Dr. Wehr speaks about his new book: Dateline Pine Castle: Will Wallace Harney’s Stories of Central Florida, 1870-1890 at the Pine Castle Women’s Club on June 22, 2014.
LISTEN Part I (16:30) Introductions by Ruthie Harrell, Jeremy Weinsier, and Shirley Cannon of the Pine Castle Historical Society.
LISTEN Part II (18:29) Dr. Wehr speaks about Will Wallace Harney, the Randolphs, and the local story authors of the day.
Excerpt from audio recording:
[Harney] But he did come at a right time because after the Civil War the newspapers changed. They changed from being a personal information sheet to a rather informal one of telling events and news. And there was these local story authors that you read about in every lit class at the university. But they had no outlet. And so a whole group of magazines were coming into existence and they loved to publish these. And this is where he published many of his works: The Atlantic Monthly, Harper’s, Goody’s Magazine, things of this nature. I had in my possession at one time all of his works even some unpublished works…
Fortunately, someone around here… Billy Morgan published these works and I recommend you take a look at these stories. [See: Pine Castle Anthology: the Collected Writings of Will Wallace Harney – William S. Morgan] Particularly the short stories, they’re quite interesting. He had the wit. He had the courage. He was not afraid to say what he thought and often times he did. And sometimes he realized that maybe he shouldn’t have. He was a little safer down here because he published in the Cincinnati Commercial which I might add at that time was the second greatest newspaper in the United States. Being political in nature which is what we were after the Civil War, the Cincinnati ranked right up with the New York newspapers and the St. Louis newspapers. And so he had a good outlet for the stories he would tell.
But what makes Harney unique is that he told about things that happened right then and there… These are right off the press stories. Some of them, some of the residents did get to know some of the stories. He complained that they would steal the newspapers because he didn’t get to see what he wrote until he got the newspapers through the mail…. And his stories about politics, and Orlando, and the courthouse are great stories. His stories about how they handle animals, and how they handle youth. And one of my favorite stories, bar none, it just tugs at you, is his story about house building right down here on Shingle Creek. He built a house and he tells about the house. Everybody pitches in and works together to build this house and then to celebrate at night. And then as he leaves to go home he says, “As I pulled away the cool air and the distant echo of the bugle of a call of a herdsman escorting me home….”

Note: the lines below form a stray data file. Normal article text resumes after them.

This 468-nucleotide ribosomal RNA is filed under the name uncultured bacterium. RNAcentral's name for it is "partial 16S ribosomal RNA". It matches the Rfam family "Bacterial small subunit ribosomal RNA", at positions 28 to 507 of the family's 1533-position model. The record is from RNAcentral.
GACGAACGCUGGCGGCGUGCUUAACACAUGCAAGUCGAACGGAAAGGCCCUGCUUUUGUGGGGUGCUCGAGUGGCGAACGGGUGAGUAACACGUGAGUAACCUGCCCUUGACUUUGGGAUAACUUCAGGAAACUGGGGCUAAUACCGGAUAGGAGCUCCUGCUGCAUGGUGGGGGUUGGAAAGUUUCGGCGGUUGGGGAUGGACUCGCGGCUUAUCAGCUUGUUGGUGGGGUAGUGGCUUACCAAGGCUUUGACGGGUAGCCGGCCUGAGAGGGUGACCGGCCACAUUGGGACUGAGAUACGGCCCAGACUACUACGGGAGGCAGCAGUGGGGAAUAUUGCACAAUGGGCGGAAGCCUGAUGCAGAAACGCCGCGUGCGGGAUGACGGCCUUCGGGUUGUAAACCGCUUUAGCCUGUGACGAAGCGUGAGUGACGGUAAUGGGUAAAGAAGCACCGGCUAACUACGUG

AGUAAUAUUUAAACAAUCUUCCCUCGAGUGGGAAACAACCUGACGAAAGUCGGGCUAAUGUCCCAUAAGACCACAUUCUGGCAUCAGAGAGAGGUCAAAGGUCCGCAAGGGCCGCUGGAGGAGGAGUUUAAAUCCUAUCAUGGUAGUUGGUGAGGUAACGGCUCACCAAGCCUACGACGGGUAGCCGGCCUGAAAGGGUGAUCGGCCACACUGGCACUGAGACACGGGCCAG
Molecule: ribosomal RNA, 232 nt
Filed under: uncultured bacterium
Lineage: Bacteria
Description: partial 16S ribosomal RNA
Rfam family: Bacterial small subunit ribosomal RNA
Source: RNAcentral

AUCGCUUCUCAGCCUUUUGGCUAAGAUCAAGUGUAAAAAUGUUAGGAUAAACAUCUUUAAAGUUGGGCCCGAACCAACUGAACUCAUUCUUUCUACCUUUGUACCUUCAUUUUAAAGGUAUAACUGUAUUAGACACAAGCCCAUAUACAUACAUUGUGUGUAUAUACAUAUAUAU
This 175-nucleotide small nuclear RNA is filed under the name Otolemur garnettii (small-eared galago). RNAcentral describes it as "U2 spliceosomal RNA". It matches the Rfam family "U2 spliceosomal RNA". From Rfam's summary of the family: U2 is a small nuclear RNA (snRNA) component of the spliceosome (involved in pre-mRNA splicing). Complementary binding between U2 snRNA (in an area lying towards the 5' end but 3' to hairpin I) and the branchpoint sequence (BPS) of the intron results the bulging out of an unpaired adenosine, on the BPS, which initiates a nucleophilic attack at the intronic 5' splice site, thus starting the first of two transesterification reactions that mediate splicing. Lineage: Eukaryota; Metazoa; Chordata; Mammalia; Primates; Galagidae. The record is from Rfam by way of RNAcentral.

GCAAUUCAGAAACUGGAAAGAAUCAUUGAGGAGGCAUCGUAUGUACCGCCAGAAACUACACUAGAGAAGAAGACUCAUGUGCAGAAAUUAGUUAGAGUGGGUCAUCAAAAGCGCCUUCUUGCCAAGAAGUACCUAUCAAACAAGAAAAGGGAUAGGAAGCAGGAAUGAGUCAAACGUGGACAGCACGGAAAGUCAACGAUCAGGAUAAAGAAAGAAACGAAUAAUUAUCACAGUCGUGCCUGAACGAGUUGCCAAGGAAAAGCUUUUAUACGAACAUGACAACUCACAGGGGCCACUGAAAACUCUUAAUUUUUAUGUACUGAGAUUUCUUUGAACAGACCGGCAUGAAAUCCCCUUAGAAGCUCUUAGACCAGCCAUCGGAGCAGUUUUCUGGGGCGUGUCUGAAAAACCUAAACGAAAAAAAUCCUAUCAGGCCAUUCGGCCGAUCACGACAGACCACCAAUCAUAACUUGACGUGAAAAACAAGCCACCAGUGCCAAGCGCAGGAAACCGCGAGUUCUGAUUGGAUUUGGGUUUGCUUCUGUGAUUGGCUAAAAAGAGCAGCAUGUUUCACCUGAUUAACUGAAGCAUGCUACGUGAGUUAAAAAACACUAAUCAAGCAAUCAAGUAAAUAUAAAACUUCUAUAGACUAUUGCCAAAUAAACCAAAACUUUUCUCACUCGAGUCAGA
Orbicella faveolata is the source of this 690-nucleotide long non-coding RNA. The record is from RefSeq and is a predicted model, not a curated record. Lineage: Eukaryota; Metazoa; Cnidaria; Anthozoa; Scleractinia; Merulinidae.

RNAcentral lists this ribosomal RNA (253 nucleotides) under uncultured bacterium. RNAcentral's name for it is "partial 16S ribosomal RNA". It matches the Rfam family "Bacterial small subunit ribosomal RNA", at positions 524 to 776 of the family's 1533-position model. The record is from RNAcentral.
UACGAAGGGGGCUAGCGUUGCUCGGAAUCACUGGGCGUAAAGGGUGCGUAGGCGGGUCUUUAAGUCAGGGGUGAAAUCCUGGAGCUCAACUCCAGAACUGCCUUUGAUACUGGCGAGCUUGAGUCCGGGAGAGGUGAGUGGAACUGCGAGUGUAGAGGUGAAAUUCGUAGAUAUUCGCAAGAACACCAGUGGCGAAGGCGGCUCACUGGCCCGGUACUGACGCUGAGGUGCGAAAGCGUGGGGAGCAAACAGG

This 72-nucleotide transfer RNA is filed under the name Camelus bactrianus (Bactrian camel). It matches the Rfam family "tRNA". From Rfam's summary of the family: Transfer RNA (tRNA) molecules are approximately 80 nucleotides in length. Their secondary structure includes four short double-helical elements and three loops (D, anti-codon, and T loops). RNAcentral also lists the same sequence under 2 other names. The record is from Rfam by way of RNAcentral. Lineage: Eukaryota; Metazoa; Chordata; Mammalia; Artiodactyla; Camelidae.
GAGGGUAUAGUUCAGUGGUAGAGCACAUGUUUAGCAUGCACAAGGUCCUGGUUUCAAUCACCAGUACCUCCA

LISTEN Part III (15:34) Dr. Wehr shares a few personal experiences. (File name wehr3-15.34.mp3)
Excerpt from audio recording:
I interviewed old Judge Cheney when he was still alive. This was back in the early seventies. I don’t think he cottoned to me very well. I was a young Turk at the Historical Society downtown. We were on the second floor behind where the library is now. That’s where it was then. I was trying to say, I have students that will write little papers would you publish them in your four page? Well, he wasn’t sure about that. But I cornered him one day and I said, “I need to talk to you. Do you mind” He married a Randolph. Now maybe her name wasn’t Randolph because she took her father’s name, but she was a relative of Will Wallace Harney’s wife. I said, “What did she die of?” Nobody knows. And he says, “She died of tuberculosis.” That’s the only thing that they could figure out. And then he tantalized me by saying, “There’s a large portrait of her hanging in some house in Baltimore….”
And then Judge Cheney unburdened himself one day. If you remember, you know where the railroad runs today down by Lake Highland? There was a trestle there at that time and everybody worried about the trestle because there was also a Mill Pond up the way they worried about washing out. Billy said when he was younger we’d get the young boys, we get on our bicycles and ride out to watch the train over the trestle. And he said he got the idea one day we were riding rapidly into town yelling, “The Train Ran Off the Trestle!” Of course, the train always runs off the trestle, but it stays on the track. He didn’t tell them that. So, they went screaming into town, “The train ran off the trestle!” The town ran out to the trestle and Billy ran the other way because they were after him….
Dr. Paul William Wehr was born on December 13, 1928 and passed away on March 19, 2021.
View a brief tribute from the Pine Castle Historical Society.